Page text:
Война как массовый протест
This third edition of Moral Constraints on War offers a principle by principle presentation of the ethics of war as is found in the age-old tradition of the Just War. Parts one and two trace the evolution of Just War Theory, analyzing the principles of jus ad bellum and jus in bello: the principles that determine the conditions under which it is just to start a war and then conduct military operations. Each chapter provides a historical background of the principle under discussion and an in-depth analysis of its meaning. More so than in the previous editions, there is a special focus on the transcultural nature of the principles. Besides theoretical clarifications, each of the principles is also put to the test with numerous historical and contemporary examples. In Part three, Just War Theory is applied in three specific case studies: the use of the atomic bomb against Japan in World War II, the Korean War (1950-53), and the use of armed drones in the "war on terror." Bringing together an international coterie of philosophers and political scientists, this accessible and practical guide offers both students of military ethics and of international relations rich, up-to-date insights into the pluralistic character of Just War Theory.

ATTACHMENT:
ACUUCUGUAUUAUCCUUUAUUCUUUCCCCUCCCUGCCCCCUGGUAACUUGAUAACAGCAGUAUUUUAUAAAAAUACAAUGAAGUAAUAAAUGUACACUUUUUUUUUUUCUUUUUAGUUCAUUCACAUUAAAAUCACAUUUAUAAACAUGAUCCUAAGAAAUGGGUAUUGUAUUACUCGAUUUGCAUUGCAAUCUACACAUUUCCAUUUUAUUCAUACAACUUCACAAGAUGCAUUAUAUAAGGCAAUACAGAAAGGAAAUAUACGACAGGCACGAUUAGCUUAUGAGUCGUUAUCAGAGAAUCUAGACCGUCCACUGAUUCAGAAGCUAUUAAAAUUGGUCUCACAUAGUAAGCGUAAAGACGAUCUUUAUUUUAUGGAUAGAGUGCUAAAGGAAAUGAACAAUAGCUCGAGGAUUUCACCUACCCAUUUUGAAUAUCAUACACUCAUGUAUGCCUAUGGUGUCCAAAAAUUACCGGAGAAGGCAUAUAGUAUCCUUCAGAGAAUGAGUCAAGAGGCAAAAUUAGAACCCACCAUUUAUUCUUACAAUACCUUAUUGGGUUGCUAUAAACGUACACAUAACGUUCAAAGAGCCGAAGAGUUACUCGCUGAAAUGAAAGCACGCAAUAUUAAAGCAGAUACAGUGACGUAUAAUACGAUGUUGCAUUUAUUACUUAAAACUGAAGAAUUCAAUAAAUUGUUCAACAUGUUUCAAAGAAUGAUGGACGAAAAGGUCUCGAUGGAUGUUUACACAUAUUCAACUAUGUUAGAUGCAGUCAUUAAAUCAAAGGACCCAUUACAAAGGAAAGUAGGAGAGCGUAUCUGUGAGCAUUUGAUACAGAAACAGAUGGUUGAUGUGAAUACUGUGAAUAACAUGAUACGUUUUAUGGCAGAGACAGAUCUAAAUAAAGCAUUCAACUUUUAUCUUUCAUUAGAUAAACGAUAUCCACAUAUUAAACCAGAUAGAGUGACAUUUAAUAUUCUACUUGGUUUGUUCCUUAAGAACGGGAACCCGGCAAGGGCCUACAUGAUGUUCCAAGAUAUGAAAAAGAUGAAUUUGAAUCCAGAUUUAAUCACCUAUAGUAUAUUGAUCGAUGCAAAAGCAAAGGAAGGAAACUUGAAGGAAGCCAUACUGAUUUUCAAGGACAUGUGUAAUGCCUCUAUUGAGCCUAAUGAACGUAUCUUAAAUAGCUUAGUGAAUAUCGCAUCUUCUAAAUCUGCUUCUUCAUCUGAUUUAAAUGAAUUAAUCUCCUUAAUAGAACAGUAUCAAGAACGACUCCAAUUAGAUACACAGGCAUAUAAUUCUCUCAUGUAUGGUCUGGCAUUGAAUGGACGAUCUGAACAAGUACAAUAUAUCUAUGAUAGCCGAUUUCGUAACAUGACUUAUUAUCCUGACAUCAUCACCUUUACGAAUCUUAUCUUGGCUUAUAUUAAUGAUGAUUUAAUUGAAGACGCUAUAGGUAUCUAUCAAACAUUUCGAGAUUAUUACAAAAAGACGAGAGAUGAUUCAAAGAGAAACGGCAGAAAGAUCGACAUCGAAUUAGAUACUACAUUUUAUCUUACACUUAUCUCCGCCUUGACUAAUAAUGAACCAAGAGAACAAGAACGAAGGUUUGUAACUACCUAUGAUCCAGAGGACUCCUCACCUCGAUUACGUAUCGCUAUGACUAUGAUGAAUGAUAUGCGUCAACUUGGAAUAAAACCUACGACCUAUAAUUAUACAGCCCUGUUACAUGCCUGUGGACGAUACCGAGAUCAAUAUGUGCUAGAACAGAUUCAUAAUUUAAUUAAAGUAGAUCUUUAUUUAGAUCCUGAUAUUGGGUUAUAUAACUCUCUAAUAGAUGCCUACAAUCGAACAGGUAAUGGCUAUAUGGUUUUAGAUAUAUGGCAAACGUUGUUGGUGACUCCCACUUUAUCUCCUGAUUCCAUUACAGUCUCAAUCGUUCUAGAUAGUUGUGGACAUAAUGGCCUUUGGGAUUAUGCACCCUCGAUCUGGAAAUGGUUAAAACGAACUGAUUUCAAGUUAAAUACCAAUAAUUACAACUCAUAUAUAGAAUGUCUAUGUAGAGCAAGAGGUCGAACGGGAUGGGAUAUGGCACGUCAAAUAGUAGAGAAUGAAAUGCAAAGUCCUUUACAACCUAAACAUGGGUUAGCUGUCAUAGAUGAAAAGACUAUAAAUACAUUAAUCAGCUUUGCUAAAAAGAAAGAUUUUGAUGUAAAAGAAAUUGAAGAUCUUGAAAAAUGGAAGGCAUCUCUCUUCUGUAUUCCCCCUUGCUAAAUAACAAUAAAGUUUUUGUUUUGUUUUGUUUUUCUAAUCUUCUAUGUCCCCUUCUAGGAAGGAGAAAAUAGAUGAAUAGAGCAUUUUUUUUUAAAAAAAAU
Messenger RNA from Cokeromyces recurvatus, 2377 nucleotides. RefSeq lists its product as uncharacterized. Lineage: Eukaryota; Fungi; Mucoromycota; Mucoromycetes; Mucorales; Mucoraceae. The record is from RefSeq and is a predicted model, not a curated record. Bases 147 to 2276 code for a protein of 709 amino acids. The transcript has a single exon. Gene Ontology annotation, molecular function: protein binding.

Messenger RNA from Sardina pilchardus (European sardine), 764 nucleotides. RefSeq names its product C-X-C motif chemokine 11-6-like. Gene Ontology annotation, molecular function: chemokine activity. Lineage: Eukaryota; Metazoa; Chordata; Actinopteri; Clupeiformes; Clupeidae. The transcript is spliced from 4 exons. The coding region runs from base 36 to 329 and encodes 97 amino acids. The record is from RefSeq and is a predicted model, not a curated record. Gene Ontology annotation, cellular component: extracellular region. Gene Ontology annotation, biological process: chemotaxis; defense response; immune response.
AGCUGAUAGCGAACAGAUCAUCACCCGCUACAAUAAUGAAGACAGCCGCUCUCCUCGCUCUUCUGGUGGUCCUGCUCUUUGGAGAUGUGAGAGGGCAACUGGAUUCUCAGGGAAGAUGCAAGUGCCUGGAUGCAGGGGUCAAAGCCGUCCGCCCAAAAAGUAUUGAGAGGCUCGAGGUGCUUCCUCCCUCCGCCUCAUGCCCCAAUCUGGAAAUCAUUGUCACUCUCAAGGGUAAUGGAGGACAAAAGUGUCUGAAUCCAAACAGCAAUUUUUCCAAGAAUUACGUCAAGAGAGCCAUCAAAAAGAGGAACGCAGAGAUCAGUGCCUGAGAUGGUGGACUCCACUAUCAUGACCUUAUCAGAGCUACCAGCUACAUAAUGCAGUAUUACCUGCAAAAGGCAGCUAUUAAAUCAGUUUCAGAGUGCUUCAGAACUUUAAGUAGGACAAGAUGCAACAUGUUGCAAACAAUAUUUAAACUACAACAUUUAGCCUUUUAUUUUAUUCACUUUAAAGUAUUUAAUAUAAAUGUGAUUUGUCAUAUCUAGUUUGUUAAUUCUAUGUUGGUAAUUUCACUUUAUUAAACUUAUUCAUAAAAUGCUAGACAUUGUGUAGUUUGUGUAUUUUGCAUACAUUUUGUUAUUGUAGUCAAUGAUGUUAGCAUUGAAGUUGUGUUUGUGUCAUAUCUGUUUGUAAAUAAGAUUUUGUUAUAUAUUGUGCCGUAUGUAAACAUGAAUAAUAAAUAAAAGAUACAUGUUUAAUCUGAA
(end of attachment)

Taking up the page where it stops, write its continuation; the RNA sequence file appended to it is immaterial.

The article considers punishment as a source of legitimization of war. The author traces the history of punitive paradigm of war, notes the moment when it was replaced by the legalist paradigm and considers the reactualization of the idea of punishment as a just basis of war. In order to to deal with these issues, the author considers the formation of the punitive doctrine of war in the writings of Christian authors of 3-4 centuries. He analyzes the logic of justifying the war that appeared in the thoughts of Ambrose of Milan and Augustine Aurelius. Both theologians indicated the necessity to punish sin as a key cause of war. Next, the process of secularization of the doctrine of just war in Modern times is considered. During this period, the legalist paradigm of war had been developed. The right of states to protect their sovereignty and territorial integrity became most relevant just cause of war. Then, the author notes appeal to the idea of protection of human rights as a basis for justifying war, typical for the modern just war theory. Also, the revival of interest to the idea of punishment is considered and the possible reasons for the reactualization of the punitive paradigm in the turn of the 20-21 centuries are examined.